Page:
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Matthew 19:23-30

Context

19:23 Then Jesus said to his disciples, “I tell you the truth, 1  it will be hard for a rich person to enter the kingdom of heaven! 19:24 Again I say, 2  it is easier for a camel 3  to go through the eye of a needle 4  than for a rich person to enter into the kingdom of God.” 19:25 The 5  disciples were greatly astonished when they heard this and said, “Then who can be saved?” 6  19:26 Jesus 7  looked at them and replied, “This is impossible for mere humans, 8  but for God all things are possible.” 19:27 Then Peter said 9  to him, “Look, 10  we have left everything to follow you! 11  What then will there be for us?” 19:28 Jesus 12  said to them, “I tell you the truth: 13  In the age when all things are renewed, 14  when the Son of Man sits on his glorious throne, you who have followed me will also sit on twelve thrones, judging 15  the twelve tribes of Israel. 19:29 And whoever has left houses or brothers or sisters or father or mother or children or fields for my sake will receive a hundred times as much 16  and will inherit eternal life. 19:30 But many who are first will be last, and the last first.

1 tn Grk “Truly (ἀμήν, amhn), I say to you.”

2 tn Grk “I say to you.”

3 tc A few late witnesses (579 1424 pc) read κάμιλον (kamilon, “rope”) for κάμηλον (kamhlon, “camel”), either through accidental misreading of the text or intentionally so as to soften Jesus’ words.

4 sn The eye of a needle refers to a sewing needle. (The gate in Jerusalem known as “The Needle’s Eye” was built during the middle ages and was not in existence in Jesus’ day.) Jesus was saying rhetorically that it is impossible for a rich person to enter God’s kingdom, unless God (v. 26) intervenes.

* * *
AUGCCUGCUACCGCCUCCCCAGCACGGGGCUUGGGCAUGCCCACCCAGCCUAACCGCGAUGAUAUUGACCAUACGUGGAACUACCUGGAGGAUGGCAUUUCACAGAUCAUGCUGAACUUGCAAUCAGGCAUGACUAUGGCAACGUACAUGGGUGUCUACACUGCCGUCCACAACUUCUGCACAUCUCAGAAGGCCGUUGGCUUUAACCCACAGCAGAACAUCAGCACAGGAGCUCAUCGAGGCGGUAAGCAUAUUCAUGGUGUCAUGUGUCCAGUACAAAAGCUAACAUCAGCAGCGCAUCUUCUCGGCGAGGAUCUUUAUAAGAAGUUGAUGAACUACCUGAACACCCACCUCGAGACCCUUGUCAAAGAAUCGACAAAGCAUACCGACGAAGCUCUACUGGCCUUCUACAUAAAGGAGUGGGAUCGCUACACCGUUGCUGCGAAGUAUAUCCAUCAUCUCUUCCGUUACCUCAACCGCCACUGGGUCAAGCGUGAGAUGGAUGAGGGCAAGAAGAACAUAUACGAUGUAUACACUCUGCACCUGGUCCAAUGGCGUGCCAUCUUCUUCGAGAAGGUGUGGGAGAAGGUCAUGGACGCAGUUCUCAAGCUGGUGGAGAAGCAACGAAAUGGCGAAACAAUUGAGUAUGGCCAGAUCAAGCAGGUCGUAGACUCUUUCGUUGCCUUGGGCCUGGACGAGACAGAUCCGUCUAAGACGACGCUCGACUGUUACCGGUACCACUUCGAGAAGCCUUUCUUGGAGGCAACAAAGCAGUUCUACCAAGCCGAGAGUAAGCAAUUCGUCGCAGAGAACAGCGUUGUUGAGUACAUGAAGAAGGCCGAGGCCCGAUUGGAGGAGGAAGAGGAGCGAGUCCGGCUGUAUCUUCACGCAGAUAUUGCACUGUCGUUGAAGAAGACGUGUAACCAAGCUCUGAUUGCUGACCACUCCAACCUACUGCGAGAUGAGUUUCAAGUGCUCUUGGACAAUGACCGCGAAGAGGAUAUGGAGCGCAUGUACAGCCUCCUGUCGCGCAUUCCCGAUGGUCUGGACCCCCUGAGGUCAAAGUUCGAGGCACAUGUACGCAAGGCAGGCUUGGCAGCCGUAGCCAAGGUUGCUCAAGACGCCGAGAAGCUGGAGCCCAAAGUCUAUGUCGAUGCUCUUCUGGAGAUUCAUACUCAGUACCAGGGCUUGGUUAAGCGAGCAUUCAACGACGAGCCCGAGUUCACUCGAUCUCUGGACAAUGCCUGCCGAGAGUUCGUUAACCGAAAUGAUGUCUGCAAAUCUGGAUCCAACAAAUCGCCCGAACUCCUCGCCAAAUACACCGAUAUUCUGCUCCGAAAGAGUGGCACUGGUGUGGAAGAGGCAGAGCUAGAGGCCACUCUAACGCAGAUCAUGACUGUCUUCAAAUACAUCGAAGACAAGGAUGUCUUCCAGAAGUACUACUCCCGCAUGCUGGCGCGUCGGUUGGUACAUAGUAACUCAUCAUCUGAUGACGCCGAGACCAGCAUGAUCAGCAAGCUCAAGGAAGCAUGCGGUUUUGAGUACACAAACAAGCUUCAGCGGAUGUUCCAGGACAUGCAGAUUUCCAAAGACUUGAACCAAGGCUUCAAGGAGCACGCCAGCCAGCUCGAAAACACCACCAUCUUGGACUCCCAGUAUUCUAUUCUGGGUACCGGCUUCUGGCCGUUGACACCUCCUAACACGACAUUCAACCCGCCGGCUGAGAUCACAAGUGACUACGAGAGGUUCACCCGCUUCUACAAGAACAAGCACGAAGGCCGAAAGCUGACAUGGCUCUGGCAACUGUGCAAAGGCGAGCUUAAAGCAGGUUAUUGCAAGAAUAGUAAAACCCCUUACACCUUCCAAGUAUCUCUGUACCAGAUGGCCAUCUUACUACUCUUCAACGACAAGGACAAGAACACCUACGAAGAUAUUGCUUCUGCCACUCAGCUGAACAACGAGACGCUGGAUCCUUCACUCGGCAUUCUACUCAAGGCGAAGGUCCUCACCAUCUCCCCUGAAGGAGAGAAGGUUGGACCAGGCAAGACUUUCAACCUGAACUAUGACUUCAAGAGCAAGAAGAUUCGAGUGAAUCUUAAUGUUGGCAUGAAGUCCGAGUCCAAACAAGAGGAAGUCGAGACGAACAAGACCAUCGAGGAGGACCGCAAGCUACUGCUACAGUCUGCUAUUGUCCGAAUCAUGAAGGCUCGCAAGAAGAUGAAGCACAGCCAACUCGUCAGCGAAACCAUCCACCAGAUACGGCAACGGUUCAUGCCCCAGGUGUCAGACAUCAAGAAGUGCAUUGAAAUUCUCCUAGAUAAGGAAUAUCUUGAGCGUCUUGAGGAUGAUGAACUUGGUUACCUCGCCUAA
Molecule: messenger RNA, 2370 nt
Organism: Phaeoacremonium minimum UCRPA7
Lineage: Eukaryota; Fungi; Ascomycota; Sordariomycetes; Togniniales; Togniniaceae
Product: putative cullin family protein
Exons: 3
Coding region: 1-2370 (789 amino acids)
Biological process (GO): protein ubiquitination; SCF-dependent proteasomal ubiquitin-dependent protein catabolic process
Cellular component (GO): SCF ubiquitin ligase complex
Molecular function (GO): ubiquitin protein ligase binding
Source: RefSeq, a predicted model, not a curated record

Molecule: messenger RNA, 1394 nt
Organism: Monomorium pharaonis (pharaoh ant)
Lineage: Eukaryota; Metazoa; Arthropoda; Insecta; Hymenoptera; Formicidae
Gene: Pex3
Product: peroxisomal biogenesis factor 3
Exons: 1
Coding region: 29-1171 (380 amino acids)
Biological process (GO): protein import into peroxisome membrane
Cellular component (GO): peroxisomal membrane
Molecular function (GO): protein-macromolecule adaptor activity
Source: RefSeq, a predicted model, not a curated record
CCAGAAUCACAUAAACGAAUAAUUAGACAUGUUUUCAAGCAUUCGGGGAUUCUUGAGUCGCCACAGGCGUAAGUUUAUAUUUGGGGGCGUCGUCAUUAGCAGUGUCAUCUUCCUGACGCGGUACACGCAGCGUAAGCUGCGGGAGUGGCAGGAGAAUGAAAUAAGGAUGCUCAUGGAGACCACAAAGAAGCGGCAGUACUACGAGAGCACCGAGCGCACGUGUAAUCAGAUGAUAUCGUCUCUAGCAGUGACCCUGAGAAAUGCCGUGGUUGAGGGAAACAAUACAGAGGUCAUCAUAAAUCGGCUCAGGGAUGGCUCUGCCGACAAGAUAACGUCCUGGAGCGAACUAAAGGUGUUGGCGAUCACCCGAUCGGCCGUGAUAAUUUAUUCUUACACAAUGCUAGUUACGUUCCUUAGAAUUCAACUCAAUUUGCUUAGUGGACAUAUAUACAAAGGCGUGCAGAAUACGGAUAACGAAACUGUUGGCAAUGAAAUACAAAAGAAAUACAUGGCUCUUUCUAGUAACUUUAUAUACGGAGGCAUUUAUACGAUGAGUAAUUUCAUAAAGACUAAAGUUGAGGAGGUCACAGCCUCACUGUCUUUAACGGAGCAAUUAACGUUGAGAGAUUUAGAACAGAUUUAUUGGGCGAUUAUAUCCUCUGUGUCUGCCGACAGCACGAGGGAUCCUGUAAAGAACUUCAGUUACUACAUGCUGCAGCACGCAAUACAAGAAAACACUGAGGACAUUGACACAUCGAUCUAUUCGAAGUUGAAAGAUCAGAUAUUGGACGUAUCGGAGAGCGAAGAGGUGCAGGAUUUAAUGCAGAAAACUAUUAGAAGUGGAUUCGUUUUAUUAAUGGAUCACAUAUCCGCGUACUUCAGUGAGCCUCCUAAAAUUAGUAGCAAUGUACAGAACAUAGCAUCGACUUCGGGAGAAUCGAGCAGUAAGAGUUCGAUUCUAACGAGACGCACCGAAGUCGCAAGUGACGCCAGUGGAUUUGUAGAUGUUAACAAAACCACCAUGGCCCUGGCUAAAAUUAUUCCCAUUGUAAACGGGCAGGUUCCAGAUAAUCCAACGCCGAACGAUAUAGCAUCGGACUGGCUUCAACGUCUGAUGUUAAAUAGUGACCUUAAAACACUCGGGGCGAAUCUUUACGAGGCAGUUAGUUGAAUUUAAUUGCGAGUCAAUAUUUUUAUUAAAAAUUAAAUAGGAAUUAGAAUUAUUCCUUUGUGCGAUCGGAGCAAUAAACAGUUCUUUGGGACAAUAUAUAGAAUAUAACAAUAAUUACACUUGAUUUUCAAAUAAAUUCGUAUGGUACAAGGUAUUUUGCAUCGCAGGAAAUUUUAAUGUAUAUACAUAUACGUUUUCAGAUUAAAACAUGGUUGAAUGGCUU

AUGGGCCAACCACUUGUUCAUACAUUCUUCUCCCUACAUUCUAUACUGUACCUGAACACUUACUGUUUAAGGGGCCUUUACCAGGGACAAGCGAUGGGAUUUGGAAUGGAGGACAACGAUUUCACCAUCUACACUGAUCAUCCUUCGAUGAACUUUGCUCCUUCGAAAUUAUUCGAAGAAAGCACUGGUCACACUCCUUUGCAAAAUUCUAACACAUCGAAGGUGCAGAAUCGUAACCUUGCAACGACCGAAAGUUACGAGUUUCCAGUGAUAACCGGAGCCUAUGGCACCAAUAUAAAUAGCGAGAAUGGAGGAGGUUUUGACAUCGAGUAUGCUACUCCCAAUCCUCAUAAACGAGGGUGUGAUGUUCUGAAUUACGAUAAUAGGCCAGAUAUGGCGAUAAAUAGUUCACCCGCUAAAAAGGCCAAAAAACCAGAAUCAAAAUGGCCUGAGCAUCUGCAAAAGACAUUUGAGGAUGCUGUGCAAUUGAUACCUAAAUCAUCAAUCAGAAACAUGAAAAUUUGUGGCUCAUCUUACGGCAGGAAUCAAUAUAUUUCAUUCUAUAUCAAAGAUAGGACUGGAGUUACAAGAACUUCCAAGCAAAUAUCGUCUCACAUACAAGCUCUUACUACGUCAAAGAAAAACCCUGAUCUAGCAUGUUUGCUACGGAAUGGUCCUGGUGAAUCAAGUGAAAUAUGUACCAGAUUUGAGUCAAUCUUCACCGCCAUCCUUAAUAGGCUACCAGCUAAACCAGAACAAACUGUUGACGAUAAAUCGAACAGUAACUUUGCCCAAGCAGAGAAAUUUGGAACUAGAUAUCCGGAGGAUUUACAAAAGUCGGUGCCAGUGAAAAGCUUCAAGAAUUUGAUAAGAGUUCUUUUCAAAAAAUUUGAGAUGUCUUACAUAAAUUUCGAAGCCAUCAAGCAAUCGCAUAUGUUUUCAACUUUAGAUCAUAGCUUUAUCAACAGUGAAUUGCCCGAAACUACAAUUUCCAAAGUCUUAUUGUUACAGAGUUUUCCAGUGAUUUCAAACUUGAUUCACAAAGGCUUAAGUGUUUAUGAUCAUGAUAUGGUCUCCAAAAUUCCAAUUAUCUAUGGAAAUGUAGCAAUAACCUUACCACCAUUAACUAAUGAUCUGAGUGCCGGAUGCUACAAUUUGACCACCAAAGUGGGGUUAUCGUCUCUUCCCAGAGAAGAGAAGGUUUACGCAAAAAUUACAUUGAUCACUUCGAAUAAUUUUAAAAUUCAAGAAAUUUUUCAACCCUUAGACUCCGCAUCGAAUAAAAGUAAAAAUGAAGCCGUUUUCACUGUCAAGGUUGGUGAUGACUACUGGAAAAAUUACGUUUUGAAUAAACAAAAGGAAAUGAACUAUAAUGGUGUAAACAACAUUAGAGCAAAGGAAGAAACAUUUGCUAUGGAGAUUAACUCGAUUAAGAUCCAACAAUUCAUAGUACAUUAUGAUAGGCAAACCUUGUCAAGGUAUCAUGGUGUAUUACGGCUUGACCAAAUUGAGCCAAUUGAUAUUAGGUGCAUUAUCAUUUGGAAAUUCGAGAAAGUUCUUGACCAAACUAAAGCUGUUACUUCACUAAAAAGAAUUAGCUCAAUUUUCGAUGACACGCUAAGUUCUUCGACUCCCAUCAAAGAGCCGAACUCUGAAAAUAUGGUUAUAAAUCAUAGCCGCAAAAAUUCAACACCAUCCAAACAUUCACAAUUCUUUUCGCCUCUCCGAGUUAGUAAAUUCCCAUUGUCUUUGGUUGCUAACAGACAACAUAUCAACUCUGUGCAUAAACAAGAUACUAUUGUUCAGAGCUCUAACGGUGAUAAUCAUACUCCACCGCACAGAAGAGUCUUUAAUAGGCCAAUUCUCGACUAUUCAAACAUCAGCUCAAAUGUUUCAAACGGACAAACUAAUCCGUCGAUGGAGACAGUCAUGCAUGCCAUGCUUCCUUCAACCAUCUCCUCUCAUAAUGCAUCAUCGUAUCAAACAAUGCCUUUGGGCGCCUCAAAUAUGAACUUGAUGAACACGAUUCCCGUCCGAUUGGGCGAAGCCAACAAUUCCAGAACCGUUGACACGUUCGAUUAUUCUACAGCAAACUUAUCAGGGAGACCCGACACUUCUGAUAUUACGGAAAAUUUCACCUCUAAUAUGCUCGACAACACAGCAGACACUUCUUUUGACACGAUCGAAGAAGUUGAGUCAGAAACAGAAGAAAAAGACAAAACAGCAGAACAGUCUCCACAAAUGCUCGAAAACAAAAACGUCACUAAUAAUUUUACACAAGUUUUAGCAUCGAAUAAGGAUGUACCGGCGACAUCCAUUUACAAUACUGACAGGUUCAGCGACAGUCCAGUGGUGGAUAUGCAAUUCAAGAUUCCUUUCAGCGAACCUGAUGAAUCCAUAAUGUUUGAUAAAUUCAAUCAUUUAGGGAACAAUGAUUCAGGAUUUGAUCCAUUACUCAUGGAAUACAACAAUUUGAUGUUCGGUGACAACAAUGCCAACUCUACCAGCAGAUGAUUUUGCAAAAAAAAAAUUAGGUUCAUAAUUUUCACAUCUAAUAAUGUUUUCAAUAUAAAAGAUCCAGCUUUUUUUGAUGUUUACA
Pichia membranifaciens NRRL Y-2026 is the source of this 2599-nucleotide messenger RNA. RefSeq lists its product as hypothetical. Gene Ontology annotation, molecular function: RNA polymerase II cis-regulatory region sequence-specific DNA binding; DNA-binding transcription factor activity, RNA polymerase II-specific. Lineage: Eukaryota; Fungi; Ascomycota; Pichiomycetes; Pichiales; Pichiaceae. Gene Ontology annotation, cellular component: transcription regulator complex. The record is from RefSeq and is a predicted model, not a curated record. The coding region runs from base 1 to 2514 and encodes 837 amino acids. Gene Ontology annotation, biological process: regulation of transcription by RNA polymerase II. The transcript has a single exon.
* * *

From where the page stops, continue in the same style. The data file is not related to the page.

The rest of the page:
5 tn Here δέ (de) has not been translated.

6 sn The assumption is that the rich are blessed, so if they risk exclusion, who is left to be saved?

7 tn Here δέ (de) has not been translated.

8 tn The plural Greek term ἄνθρωποις (anqrwpois) is used here in a generic sense, referring to both men and women (cf. NASB 1995 update, “people”). Because of the contrast here between mere mortals and God (“impossible for men, but for God all things are possible”) the phrase “mere humans” has been used in the translation. There may also be a slight wordplay with “the Son of Man” in v. 28.

9 tn Grk “Then answering, Peter said.” This construction is somewhat redundant in contemporary English and has been simplified in the translation.

10 sn Peter wants reassurance that the disciples’ response and sacrifice have been noticed.

11 tn Grk “We have left everything and followed you.” Koine Greek often used paratactic structure when hypotactic was implied.

12 tn Here δέ (de) has not been translated.

13 tn Grk “Truly (ἀμήν, amhn), I say to you.”

14 sn The Greek term translated the age when all things are renewed (παλιγγενεσία, palingenesia) is understood as a reference to the Messianic age, the time when all things are renewed and restored (cf. Rev 21:5).

15 sn The statement you…will also sit on twelve thrones, judging the twelve tribes of Israel looks at the future authority the Twelve will have when Jesus returns. They will share in Israel’s judgment.

16 sn Jesus reassures his disciples with a promise that (1) much benefit in this life (a hundred times as much) and (2) eternal life will be given.



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